Pacific Research Platform: The Future of Big Data Collaboration
From biomedical sciences to particle physics, today nearly all scientific research and data analysis involves remote collaboration. To work effectively and efficiently on multi-institutional projects, researchers depend heavily on high-speed broadband connectivity to large datasets, large-scale scientific tools, and supercomputing resources. To meet the needs of researchers in California and beyond, the National Science Foundation (NSF) awarded a five-year, $5-million grant to fund the Pacific Research Platform (PRP).
“Research in data-intensive fields is increasingly multi-investigator and multi-institutional, depending on ever more rapid access to ultra-large heterogeneous and widely distributed datasets,” said UC San Diego Chancellor Pradeep K. Khosla. “The Pacific Research Platform will make it possible for researchers to transfer large datasets to where they work from their collaborators’ labs or from remote data centers.”
PRP extends to a regional scale the Science DMZ model developed by the US Department of Energy’s Energy Sciences Network (ESnet). A Science DMZ is implemented at the border of a campus or institution's computer network, and consists of equipment and security policies distinct from those supporting general purpose networking and specifically designed and configured to optimize data-intensive, high-performance research applications. PRP builds on the high-performance infrastructure of Pacific Wave, a joint project of CENIC and the Pacific Northwest Gigapop, to enable region-wide, virtual co-location of data with computing resources.
PRP is led by researchers at the California Institute for Telecommunications and Information Technology (Calit2) at UC San Diego, and at the Center for Information Technology Research in the Interest of Society (CITRIS) and the Banatao Institute at UC Berkeley. From Calit2, Tom DeFanti, co-principal investigator of PRP, leads the group of architects, engineers, and developers working on the technical design and implementation of PRP infrastructure and applications. And from CITRIS, Camille Crittenden, co-principal investigator of PRP, leads the group focused on faculty engagement in assessing science workflows, with the goals of improving outcomes and informing the technical development of PRP.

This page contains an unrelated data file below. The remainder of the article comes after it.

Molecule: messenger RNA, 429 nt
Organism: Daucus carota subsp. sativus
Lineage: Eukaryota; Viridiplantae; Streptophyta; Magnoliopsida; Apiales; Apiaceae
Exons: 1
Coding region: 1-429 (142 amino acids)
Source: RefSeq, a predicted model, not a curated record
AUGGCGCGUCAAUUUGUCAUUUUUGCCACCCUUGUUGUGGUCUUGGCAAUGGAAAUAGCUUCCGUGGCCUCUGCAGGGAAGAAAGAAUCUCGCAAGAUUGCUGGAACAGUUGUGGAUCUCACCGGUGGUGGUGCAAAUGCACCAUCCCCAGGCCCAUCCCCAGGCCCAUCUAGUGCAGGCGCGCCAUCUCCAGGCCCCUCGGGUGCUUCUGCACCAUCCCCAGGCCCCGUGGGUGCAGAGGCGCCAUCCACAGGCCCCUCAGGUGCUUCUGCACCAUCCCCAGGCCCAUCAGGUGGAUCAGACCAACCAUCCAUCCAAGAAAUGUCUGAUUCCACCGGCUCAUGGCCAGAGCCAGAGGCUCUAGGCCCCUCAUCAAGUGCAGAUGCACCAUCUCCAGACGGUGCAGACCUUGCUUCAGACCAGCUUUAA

“PRP is an extraordinary collaboration among researchers, distributed computer architects, network engineers, measurement experts, and multi-institutional IT leaders, all of whom are working together to create a dedicated research cyber-infrastructure that will be a national — even global — model,” said Louis Fox, CENIC’s president and CEO. “The impact of PRP will create ripples across the diverse CENIC community, as innovations in the research community have done since CENIC’s inception.”
The Pacific Research Platform supports a broad range of data-intensive research projects that will impact science and technology worldwide, including projects on cancer genomics, human and microbiome integration, biomolecular structure modeling, galaxy formation and evolution, telescope surveys, particle physics data analysis, simulations for earthquakes and natural disasters, climate modeling, and virtual reality and ultra high-resolution video development. PRP creates a partnership of more than 20 institutions, including all 10 UC campuses, four national supercomputer centers, and the NSF Chameleon cloud testbed.
“To accelerate the rate of scientific discovery, researchers must get the data they need, where they need it, and when they need it,” said UC San Diego computer science and engineering professor Larry Smarr, principal investigator of PRP and director of Calit2. “This requires a high-performance data freeway system in which we use optical lightpaths to connect data generators and users of that data.” With such high-performance data transfer comes the potential for greater scientific discovery and innovation, fueling change that will help shape our world.